Check out this footage of the joyful celebrations following Ireland’s penalty shoot-out win over Romania in the 1990 World Cup.

The Irish, in their first World Cup finals, had moved into the knockout stages from Group F at Italia '90 without winning a game. With three draws in games against England, Egypt, and Holland, and the lottery of drawn lots, they were lined up to play Romania in the last 16 of the World Cup.

After a 0-0 stalemate, the teams entered into a penalty shoot-out.

David O’Leary stepped forward to take the final Irish penalty in the game. During his run-up to the ball, the RTÉ Football commentator George Hamilton famously said, “The nation holds its breath.”

O’Leary struck the ball with his instep to Romanian goalkeeper Silviu Lung’s left as he went right burying the match-winning goal.

The thrilling archive footage from RTÉ shows a crowd of people going wild after the win on June 25, 1990, and even one man breaking down into tears.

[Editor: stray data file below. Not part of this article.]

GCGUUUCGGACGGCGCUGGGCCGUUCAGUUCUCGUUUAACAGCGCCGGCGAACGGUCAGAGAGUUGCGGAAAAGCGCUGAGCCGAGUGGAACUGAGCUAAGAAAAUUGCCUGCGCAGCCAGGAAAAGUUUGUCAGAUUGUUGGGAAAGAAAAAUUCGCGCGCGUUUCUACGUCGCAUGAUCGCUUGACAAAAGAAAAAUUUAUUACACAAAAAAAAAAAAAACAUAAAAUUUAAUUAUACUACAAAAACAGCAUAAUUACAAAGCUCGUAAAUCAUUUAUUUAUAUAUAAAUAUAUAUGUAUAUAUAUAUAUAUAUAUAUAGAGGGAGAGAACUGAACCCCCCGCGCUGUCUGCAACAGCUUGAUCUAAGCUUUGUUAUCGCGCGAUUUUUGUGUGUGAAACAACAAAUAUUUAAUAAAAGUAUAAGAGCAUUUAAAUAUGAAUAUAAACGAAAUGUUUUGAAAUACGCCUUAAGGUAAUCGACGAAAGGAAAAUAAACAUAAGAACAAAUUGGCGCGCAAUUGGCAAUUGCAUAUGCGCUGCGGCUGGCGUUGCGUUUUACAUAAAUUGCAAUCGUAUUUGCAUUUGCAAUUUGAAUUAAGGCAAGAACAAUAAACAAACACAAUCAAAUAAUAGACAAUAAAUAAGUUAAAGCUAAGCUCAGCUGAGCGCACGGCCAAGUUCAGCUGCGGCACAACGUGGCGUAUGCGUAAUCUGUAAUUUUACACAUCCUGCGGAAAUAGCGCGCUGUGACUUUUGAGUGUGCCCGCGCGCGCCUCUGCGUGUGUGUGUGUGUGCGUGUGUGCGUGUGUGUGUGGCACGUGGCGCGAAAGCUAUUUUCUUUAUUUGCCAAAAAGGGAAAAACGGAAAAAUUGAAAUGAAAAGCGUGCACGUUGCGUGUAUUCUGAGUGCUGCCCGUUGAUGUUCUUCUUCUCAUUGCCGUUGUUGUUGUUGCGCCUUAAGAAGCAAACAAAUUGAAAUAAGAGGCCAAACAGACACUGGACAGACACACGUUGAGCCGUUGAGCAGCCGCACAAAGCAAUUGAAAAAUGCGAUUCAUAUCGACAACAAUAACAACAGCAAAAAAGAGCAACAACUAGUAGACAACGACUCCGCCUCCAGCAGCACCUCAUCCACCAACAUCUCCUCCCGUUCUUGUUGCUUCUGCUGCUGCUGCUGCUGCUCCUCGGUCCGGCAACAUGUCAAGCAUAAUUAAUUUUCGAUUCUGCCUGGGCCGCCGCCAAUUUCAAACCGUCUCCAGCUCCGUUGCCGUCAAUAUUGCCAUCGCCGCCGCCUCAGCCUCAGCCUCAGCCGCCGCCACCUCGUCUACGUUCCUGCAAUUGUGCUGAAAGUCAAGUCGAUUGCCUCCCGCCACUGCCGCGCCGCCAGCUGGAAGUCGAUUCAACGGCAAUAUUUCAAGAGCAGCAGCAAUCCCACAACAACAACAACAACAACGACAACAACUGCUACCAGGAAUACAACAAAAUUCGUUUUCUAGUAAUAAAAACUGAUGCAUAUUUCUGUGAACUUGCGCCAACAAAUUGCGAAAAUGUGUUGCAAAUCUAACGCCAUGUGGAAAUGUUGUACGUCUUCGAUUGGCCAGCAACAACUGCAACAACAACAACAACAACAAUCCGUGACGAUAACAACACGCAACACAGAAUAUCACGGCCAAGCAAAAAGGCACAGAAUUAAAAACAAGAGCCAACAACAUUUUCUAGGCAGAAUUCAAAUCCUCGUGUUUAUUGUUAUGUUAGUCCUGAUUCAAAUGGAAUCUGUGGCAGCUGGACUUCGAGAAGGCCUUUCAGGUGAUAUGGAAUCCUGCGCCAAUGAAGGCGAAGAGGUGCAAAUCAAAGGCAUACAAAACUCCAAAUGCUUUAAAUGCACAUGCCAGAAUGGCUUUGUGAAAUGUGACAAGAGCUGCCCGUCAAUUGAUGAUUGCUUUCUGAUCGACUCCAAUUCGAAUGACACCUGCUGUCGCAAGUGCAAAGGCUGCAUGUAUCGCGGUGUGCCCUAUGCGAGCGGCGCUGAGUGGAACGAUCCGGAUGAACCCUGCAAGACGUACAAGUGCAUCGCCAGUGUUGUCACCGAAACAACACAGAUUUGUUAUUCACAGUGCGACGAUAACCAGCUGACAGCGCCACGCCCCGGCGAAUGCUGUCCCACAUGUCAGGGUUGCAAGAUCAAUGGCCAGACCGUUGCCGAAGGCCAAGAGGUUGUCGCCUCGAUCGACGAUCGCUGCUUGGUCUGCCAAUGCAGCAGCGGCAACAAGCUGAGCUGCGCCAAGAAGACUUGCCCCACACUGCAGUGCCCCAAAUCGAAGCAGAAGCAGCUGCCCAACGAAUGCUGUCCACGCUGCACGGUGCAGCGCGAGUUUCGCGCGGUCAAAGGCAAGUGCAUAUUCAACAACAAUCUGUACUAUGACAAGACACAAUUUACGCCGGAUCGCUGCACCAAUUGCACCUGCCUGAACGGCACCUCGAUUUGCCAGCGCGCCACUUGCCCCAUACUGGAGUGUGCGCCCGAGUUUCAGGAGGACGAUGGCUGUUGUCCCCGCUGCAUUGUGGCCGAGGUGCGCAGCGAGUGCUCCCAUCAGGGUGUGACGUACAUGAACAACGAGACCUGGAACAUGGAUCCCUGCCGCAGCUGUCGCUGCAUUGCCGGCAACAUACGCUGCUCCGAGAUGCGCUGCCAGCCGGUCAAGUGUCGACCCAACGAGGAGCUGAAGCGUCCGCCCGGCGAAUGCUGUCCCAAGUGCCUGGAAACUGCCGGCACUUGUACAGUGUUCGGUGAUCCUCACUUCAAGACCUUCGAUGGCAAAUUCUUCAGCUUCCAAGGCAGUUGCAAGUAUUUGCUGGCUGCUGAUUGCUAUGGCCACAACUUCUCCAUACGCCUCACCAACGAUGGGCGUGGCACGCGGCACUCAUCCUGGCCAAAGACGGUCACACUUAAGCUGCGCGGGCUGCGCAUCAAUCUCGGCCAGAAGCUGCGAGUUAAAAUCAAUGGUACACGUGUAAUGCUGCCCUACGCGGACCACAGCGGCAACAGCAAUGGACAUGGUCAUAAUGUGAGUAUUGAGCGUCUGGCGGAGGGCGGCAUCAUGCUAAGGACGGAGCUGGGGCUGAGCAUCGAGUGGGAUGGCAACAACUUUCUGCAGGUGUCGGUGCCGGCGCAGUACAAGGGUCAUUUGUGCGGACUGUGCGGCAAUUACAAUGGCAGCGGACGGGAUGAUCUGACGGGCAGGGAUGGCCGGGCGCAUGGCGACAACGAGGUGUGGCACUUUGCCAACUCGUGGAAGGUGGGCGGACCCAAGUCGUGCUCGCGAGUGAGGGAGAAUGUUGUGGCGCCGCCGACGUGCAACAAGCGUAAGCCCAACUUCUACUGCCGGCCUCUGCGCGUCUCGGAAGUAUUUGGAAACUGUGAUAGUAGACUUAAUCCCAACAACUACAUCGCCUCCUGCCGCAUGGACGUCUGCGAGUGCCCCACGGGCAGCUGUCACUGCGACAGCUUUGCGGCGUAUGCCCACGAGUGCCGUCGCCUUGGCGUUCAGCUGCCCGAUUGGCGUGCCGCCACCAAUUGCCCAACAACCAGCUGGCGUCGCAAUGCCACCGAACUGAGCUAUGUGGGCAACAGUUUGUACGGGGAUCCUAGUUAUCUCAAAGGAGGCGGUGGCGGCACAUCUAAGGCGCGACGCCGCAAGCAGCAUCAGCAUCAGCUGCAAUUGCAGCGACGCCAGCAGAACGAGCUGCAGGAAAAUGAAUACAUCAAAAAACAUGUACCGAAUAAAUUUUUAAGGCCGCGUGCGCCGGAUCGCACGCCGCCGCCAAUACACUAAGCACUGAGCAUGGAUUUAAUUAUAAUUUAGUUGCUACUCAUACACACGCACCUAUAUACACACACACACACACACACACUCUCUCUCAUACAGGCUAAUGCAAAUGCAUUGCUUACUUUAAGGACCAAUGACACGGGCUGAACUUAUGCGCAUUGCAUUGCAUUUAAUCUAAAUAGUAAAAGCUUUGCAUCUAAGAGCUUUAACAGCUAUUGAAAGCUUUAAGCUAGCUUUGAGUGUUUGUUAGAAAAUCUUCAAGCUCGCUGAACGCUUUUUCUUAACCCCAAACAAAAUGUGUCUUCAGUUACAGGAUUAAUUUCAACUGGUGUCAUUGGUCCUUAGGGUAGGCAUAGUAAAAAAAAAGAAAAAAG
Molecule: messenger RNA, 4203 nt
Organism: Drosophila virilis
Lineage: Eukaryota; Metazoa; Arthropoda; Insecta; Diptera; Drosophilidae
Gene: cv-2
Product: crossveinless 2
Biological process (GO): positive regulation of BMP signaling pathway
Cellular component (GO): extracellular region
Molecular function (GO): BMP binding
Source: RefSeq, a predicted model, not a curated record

O’Connell Street in Dublin is a free-for-all raucous party with people chanting and dancing on top of cars, climbing on monuments, splashing through fountains, and waving Irish flags through traffic. 

Even the Gardaí, who try to maintain a professional demeanor while an ecstatic throng of people shouts and dance around them, can’t help but smile at the ensuing madness.

Even though the game happened more than 30 years ago, it’s nearly impossible to watch this video without getting caught up in the crowd’s euphoria.

RTÉ TV archives

Raidió Teilifís Éireann (RTÉ) is Ireland's national broadcaster, founded in 1960. Since then, the organization has been responsible for providing the Irish people with news, entertainment, and cultural programming across radio and television. Over the years, RTÉ has built up an impressive archive of content, capturing key moments in Ireland's history and culture.

RTÉ's TV archives are a treasure trove of Irish broadcasting history. The archive contains more than 750,000 hours of content, including news, current affairs, drama, comedy, and entertainment programs. This vast collection of material spans over six decades of broadcasting history, offering a unique insight into Irish life and culture.


*Originally published in June 2016, updated in July 2023.